Objectives: There is an intense debate on whether the RIFLE (R-renal risk, I-injury, F-failure, L-loss of kidney function, E-end-stage renal disease) classification or its recent modification, the Acute Kidney Injury Network definition and classification system should be used to standardize research on acute kidney injury. In this study we compared these classifications with regard to (1) the detection of acute kidney injury, (2) their agreement according to the grading of acute kidney injury across classes, and (3) their prognostic value.
Methods: We prospectively enrolled 282 cardiac surgery patients undergoing cardiopulmonary bypass and assigned a RIFLE and Acute Kidney Injury Network class to each patient. The incidence of acute kidney injury and in-hospital mortality across classes was compared by using the chi(2) test, and their prognostic value was compared by using the area under the curve receiver-operating characteristic for in-hospital mortality.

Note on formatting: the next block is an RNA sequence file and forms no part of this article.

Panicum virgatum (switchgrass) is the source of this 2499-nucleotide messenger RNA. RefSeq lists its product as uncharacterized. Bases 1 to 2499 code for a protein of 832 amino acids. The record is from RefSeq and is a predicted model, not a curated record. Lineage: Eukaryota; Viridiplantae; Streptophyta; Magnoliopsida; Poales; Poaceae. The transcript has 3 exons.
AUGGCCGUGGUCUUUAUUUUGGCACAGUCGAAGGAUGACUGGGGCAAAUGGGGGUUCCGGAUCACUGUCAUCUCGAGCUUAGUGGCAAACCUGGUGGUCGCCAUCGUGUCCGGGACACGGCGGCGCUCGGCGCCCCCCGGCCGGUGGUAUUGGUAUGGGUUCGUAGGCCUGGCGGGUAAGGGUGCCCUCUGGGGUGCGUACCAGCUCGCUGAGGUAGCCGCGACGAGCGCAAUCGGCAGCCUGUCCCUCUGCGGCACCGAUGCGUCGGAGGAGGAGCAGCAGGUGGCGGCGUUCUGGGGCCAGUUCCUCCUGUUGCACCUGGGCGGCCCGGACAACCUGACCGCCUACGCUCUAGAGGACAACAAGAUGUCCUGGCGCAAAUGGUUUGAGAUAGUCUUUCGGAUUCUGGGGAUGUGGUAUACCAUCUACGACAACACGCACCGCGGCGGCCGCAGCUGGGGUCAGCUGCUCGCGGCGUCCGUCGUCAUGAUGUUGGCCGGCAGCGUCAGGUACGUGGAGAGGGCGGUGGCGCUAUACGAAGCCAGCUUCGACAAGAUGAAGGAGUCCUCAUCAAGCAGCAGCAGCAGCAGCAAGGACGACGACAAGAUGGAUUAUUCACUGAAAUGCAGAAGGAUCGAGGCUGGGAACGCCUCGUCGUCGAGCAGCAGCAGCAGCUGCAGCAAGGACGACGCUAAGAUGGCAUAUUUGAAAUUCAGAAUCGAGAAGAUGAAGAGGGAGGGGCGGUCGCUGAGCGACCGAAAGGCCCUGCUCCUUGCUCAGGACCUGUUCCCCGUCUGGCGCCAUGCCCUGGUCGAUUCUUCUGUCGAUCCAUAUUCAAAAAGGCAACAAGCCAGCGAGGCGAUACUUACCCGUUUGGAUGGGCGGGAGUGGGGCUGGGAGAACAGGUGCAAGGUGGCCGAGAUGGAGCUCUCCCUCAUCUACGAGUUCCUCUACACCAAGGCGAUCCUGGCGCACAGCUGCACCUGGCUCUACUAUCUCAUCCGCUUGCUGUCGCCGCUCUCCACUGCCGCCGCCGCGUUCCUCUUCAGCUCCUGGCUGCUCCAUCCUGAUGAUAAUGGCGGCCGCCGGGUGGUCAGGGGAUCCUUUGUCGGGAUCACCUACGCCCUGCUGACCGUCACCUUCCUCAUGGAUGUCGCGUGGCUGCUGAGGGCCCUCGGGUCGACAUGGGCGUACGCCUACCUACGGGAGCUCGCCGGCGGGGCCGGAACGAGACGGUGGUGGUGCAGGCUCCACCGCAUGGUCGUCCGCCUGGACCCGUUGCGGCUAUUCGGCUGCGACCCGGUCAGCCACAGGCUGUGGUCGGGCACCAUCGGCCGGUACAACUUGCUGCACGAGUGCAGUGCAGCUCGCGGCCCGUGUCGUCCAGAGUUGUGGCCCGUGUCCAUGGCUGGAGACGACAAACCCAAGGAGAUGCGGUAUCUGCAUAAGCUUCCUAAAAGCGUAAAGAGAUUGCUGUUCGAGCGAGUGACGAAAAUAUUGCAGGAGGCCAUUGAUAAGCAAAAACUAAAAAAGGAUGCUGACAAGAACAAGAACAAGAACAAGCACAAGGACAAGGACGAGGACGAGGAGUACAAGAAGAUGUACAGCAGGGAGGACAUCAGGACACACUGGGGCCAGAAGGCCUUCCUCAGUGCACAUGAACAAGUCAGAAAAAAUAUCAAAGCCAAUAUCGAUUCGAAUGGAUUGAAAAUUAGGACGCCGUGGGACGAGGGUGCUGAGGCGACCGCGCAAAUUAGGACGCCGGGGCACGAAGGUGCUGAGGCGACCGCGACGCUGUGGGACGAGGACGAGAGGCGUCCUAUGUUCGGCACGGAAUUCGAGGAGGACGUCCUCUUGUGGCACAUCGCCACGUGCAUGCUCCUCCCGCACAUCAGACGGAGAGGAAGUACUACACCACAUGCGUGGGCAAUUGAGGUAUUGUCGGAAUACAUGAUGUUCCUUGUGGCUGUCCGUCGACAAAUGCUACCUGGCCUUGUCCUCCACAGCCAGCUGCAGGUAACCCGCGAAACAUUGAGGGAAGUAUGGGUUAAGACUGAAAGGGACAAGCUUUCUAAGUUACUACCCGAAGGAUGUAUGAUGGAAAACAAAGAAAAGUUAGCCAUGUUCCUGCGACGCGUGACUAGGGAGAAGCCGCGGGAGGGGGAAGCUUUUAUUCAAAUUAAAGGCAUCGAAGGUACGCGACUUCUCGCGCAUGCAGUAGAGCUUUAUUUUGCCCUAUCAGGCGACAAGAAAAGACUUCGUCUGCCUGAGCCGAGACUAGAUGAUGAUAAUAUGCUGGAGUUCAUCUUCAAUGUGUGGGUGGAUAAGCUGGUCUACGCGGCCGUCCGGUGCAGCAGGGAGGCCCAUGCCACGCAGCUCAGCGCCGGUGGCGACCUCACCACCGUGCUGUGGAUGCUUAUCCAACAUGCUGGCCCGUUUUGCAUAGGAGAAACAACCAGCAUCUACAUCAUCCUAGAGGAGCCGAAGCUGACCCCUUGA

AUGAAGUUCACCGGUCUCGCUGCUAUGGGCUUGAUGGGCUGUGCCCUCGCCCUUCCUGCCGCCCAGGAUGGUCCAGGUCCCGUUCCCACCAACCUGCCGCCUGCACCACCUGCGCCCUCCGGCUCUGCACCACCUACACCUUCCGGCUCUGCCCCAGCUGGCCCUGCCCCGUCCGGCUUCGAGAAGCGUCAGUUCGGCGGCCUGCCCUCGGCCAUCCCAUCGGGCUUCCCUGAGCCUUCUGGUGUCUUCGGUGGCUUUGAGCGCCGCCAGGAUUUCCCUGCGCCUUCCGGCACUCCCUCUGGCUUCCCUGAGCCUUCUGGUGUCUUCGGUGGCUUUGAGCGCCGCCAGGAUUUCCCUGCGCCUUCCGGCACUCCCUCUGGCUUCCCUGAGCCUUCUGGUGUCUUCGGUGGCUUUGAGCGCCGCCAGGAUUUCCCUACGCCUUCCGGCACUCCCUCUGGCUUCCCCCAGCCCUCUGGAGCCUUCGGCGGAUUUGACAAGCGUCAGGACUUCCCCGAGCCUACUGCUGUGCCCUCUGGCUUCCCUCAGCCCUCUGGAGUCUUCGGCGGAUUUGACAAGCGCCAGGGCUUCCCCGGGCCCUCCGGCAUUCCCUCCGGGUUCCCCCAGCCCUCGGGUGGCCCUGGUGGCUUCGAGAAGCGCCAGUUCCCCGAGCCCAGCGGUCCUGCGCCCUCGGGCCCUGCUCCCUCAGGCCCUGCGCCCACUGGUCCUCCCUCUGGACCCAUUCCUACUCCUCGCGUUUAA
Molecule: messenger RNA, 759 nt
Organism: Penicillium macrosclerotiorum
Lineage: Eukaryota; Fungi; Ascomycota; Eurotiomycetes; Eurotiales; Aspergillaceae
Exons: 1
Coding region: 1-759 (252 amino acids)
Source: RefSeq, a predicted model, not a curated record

Results: According to the RIFLE (45.8%) or Acute Kidney Injury Network (44.7%) classification, a similar proportion of patients had acute kidney injury. There was large agreement between classifications according to patients graded as having nonacute kidney injury; however, there was some disagreement across classes for staging the severity of acute kidney injury. The area under the curve for in-hospital mortality was similar for all classifications: 0.91 for the RIFLE classification (95% confidence interval, 0.82-0.99) and 0.94 for the Acute Kidney Injury Network classification (95% confidence interval, 0.81-0.97; P = .6 for area under the curve comparison).
Conclusions: In patients undergoing cardiac surgery, modifications of the RIFLE classification for acute kidney injury do not materially improve the clinical usefulness of the definition. Other factors, such as the applicability of the acute kidney injury definition and classification system to be applied, need to be considered.